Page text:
I have a lion's head fountain on my patio with about a 12 gallon fill basin
on the bottom. The water flows out of the lion's mouth into an upper basin
with three outlets in which I stacked some river rocks to improve the
flows. There are no fish or plants. Algae has started to accumulate on the
rocks and in the bottom basin, and I'd like to put somethingin the water to
keep down the green. My dad suggested bleach, but birds use this fountain
as a bird bath and I don't want to do anything to hurt them. Any
suggestions? If bleach would work, how much should I put in, or in what
ratio of bleach to water? Thanks in advance for any info. If you need to
see the fountain to get an idea of the size, here's a link:
USDA Zone 7
Basic human psychology is one of my subroutines.
chlorine tablets, or, use this method. wont hurt the birds. Ingrid
Disinfection using chemical methods:
Unscented household bleach (5% chlorine) can sometimes be a good disinfectant -
when the water is not heavily polluted, or when beaver fever or
not a concern.
Disinfection using bleach works best with warm water. Add 1 drop (0.05 mL) of
to 1 Litre of water, shake and allow to stand for at least 30 minutes before
Double the amount of bleach for cloudy water, or for cooler water.
* A slight chlorine odour should still be noticeable at the end of the 30
waiting period if you have added enough bleach.
The disinfection action of bleach depends as much on the waiting time after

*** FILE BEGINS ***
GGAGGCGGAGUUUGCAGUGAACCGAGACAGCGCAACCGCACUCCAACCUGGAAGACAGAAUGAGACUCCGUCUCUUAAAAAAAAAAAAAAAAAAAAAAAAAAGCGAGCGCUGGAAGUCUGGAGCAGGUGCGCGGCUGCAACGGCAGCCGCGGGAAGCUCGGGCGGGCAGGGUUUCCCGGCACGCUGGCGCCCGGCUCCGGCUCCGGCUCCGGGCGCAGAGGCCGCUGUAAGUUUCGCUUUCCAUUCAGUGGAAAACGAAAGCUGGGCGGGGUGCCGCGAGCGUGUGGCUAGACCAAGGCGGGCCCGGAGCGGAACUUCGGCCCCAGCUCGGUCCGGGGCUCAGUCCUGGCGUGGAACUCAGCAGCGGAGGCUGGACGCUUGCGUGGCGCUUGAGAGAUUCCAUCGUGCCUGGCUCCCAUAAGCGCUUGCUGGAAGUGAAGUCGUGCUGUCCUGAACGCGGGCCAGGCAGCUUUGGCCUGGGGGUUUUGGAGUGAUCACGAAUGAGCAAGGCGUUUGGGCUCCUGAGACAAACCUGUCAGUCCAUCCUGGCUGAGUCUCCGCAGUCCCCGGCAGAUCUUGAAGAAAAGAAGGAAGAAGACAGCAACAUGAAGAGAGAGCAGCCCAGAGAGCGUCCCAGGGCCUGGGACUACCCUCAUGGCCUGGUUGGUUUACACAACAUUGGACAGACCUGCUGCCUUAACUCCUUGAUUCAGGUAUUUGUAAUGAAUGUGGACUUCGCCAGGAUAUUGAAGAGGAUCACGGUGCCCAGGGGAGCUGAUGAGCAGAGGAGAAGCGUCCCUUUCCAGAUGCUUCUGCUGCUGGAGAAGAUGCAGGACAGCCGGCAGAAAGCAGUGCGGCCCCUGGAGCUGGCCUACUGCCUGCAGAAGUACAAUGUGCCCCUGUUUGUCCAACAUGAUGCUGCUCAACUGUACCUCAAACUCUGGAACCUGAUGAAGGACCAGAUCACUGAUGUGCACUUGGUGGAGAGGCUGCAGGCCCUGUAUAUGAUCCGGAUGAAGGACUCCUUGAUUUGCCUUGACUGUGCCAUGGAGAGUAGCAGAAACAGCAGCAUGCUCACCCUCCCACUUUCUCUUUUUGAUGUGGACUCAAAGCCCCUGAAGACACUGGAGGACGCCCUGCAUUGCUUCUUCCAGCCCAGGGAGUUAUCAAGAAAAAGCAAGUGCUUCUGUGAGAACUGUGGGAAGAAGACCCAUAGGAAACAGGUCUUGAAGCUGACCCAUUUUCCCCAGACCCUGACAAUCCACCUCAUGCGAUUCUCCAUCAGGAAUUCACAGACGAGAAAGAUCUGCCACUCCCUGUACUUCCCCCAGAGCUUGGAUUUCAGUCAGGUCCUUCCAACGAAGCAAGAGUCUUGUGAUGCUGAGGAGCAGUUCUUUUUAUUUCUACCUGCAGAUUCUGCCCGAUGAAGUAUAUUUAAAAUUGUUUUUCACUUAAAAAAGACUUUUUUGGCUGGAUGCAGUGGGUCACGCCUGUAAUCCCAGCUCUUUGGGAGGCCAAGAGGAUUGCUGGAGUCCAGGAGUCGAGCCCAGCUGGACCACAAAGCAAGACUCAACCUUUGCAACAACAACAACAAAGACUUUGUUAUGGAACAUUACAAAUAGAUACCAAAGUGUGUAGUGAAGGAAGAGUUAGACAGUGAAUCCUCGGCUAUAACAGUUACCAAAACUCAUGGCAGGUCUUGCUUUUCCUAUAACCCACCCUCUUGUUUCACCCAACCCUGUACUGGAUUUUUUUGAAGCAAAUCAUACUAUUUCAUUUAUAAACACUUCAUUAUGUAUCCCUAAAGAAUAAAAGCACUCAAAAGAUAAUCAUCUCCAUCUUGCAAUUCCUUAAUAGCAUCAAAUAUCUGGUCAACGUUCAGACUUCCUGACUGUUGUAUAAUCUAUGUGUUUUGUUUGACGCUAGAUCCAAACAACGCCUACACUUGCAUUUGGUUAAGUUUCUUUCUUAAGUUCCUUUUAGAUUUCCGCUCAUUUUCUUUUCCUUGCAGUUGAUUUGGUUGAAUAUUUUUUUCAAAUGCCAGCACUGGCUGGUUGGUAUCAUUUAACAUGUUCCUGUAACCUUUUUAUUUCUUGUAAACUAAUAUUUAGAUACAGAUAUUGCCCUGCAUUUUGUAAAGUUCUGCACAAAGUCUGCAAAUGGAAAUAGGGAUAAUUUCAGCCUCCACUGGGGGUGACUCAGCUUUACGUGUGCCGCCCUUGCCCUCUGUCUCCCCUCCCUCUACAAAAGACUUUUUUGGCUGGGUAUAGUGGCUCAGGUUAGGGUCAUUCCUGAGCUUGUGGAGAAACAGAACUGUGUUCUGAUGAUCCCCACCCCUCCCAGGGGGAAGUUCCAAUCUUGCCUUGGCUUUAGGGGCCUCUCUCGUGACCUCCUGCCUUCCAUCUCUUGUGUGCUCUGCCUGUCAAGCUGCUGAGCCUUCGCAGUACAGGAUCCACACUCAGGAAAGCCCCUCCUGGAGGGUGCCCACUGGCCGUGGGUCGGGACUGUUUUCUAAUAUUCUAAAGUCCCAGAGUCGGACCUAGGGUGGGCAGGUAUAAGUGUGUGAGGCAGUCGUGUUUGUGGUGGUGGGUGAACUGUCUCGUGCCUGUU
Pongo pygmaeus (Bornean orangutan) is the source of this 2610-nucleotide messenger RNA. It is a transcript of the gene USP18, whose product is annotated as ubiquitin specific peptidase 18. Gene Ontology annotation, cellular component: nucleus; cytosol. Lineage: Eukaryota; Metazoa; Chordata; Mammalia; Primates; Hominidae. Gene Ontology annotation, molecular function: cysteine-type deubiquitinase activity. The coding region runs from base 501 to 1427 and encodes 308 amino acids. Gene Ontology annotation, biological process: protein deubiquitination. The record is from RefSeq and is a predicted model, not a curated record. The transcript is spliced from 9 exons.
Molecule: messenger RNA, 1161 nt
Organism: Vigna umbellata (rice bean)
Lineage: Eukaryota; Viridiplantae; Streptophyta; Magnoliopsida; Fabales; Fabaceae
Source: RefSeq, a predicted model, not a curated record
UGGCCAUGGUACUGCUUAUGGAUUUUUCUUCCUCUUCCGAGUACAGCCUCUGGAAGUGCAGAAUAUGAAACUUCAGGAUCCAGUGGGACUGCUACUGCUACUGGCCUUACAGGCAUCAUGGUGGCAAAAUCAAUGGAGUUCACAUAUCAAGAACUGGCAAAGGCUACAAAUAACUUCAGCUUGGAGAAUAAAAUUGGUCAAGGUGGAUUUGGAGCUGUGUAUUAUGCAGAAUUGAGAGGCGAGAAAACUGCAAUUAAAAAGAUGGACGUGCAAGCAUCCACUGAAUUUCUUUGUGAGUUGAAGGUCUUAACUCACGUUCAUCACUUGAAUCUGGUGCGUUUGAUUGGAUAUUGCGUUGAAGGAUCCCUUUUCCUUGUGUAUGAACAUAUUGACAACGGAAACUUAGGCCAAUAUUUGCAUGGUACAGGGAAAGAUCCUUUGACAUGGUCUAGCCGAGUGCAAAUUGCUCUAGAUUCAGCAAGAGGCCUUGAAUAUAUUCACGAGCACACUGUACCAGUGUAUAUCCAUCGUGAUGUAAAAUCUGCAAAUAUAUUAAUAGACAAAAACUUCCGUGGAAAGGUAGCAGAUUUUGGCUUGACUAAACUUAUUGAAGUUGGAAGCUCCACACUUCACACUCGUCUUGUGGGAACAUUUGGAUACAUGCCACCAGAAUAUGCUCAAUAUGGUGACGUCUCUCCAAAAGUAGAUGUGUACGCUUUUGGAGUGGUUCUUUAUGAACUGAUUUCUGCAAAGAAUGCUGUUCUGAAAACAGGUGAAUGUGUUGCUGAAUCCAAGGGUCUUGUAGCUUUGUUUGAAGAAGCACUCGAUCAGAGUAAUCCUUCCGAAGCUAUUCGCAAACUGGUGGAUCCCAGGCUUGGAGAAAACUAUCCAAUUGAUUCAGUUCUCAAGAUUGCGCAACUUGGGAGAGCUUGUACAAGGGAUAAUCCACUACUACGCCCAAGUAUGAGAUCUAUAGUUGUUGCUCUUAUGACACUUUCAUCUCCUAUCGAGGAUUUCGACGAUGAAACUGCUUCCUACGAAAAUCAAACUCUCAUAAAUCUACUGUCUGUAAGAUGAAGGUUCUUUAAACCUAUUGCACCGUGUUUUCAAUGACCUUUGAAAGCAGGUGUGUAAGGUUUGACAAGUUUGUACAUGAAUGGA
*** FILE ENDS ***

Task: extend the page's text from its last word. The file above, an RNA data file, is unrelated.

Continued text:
to the amount used. The longer the water is left to stand after adding bleach,
more effective the disinfection process will be.
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Zone 5 next to Lake Michigan
There is a bird bath block on the market that prevents algae and
mosquitos from getting a foot hold in fountains and biedbaths. A google
search should provide you with information or a visit to your local
garden pond/fountain provider.
I've used small chunks of pool chlorine tablets to keep my fountains
clean. I've always broken them into small portions and added them when
I notice a little green showing up. The beauty of this is they can be
picked up at walmart for a couple of bucks (usually 3" tablets) and
they last quite some time.
Adding a small amount of bleach will keep algae from growing, but this
will no doubt be harmful to the birds. There are anti-algae tablets
or liquid made for aquariums that might work well in your case.
Keeping your fountain clean will help cut down on algae growth. Algae
growing in a pond or aquarium is actually a sign of healthy waters.
Another (natural) solution would be to add a small fish. A 50-cent
"feeder" goldfish, if left unfed, will eat the algae and any mosquito
larva. Adding more shade to the area will reduce algae too.
I have another thought. Yesterday I suggested adding a small fish,
but the fountain looks like cats can easily get into it. Pond snails
are particularly fond of algae, so if you add a few to each dish they
should help remove the algae.
The fish will die when the sun heats the water. If the water is used up by
the birds or evaporates the poor fish will die an awful death. Our bird bath
holds 2 gallons of water and on a hot day the birds will bathe away almost
all of it. I keep ours clean by dumping and refilling it twice a week.
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